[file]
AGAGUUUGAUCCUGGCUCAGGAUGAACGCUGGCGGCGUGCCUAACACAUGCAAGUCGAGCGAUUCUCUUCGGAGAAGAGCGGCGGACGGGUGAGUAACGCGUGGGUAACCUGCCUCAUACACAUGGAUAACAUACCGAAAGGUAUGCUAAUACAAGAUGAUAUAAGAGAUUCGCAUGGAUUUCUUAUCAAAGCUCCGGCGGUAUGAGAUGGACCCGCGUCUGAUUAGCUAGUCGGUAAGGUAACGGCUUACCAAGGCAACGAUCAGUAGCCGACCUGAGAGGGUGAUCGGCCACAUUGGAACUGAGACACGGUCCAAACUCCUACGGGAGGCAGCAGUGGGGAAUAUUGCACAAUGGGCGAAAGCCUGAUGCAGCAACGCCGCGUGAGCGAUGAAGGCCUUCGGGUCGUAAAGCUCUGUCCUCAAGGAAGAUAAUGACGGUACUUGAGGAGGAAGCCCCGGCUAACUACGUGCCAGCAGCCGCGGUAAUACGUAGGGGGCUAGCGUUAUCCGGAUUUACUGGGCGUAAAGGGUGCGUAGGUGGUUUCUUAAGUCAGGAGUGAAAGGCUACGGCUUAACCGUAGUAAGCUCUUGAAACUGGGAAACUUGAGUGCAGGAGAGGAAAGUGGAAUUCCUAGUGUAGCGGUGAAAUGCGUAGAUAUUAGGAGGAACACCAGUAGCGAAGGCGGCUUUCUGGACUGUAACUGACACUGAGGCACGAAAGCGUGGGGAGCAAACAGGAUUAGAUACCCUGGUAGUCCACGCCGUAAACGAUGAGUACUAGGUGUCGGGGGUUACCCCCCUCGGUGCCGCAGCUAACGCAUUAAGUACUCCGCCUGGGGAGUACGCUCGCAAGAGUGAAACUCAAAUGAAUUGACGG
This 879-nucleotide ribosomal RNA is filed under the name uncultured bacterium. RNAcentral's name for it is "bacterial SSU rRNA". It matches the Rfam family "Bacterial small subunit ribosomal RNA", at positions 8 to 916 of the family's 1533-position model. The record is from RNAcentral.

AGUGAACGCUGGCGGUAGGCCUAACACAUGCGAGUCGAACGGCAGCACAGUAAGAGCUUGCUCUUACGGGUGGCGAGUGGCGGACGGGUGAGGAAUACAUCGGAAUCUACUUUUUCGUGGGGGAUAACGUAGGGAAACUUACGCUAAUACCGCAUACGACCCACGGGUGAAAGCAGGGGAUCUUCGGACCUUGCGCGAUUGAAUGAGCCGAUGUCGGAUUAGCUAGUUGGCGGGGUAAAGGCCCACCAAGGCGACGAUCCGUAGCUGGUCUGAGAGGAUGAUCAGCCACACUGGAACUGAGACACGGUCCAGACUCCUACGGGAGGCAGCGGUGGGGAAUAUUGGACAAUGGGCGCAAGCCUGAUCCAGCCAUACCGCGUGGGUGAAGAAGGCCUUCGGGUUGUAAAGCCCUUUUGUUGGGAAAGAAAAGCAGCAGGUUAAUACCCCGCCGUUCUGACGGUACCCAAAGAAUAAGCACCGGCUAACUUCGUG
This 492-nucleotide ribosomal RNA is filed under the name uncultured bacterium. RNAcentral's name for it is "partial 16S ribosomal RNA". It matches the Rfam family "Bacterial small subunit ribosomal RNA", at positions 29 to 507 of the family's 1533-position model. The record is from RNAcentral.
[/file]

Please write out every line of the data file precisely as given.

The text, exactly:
AGAGUUUGAUCCUGGCUCAGGAUGAACGCUGGCGGCGUGCCUAACACAUGCAAGUCGAGCGAUUCUCUUCGGAGAAGAGCGGCGGACGGGUGAGUAACGCGUGGGUAACCUGCCUCAUACACAUGGAUAACAUACCGAAAGGUAUGCUAAUACAAGAUGAUAUAAGAGAUUCGCAUGGAUUUCUUAUCAAAGCUCCGGCGGUAUGAGAUGGACCCGCGUCUGAUUAGCUAGUCGGUAAGGUAACGGCUUACCAAGGCAACGAUCAGUAGCCGACCUGAGAGGGUGAUCGGCCACAUUGGAACUGAGACACGGUCCAAACUCCUACGGGAGGCAGCAGUGGGGAAUAUUGCACAAUGGGCGAAAGCCUGAUGCAGCAACGCCGCGUGAGCGAUGAAGGCCUUCGGGUCGUAAAGCUCUGUCCUCAAGGAAGAUAAUGACGGUACUUGAGGAGGAAGCCCCGGCUAACUACGUGCCAGCAGCCGCGGUAAUACGUAGGGGGCUAGCGUUAUCCGGAUUUACUGGGCGUAAAGGGUGCGUAGGUGGUUUCUUAAGUCAGGAGUGAAAGGCUACGGCUUAACCGUAGUAAGCUCUUGAAACUGGGAAACUUGAGUGCAGGAGAGGAAAGUGGAAUUCCUAGUGUAGCGGUGAAAUGCGUAGAUAUUAGGAGGAACACCAGUAGCGAAGGCGGCUUUCUGGACUGUAACUGACACUGAGGCACGAAAGCGUGGGGAGCAAACAGGAUUAGAUACCCUGGUAGUCCACGCCGUAAACGAUGAGUACUAGGUGUCGGGGGUUACCCCCCUCGGUGCCGCAGCUAACGCAUUAAGUACUCCGCCUGGGGAGUACGCUCGCAAGAGUGAAACUCAAAUGAAUUGACGG
This 879-nucleotide ribosomal RNA is filed under the name uncultured bacterium. RNAcentral's name for it is "bacterial SSU rRNA". It matches the Rfam family "Bacterial small subunit ribosomal RNA", at positions 8 to 916 of the family's 1533-position model. The record is from RNAcentral.

AGUGAACGCUGGCGGUAGGCCUAACACAUGCGAGUCGAACGGCAGCACAGUAAGAGCUUGCUCUUACGGGUGGCGAGUGGCGGACGGGUGAGGAAUACAUCGGAAUCUACUUUUUCGUGGGGGAUAACGUAGGGAAACUUACGCUAAUACCGCAUACGACCCACGGGUGAAAGCAGGGGAUCUUCGGACCUUGCGCGAUUGAAUGAGCCGAUGUCGGAUUAGCUAGUUGGCGGGGUAAAGGCCCACCAAGGCGACGAUCCGUAGCUGGUCUGAGAGGAUGAUCAGCCACACUGGAACUGAGACACGGUCCAGACUCCUACGGGAGGCAGCGGUGGGGAAUAUUGGACAAUGGGCGCAAGCCUGAUCCAGCCAUACCGCGUGGGUGAAGAAGGCCUUCGGGUUGUAAAGCCCUUUUGUUGGGAAAGAAAAGCAGCAGGUUAAUACCCCGCCGUUCUGACGGUACCCAAAGAAUAAGCACCGGCUAACUUCGUG
This 492-nucleotide ribosomal RNA is filed under the name uncultured bacterium. RNAcentral's name for it is "partial 16S ribosomal RNA". It matches the Rfam family "Bacterial small subunit ribosomal RNA", at positions 29 to 507 of the family's 1533-position model. The record is from RNAcentral.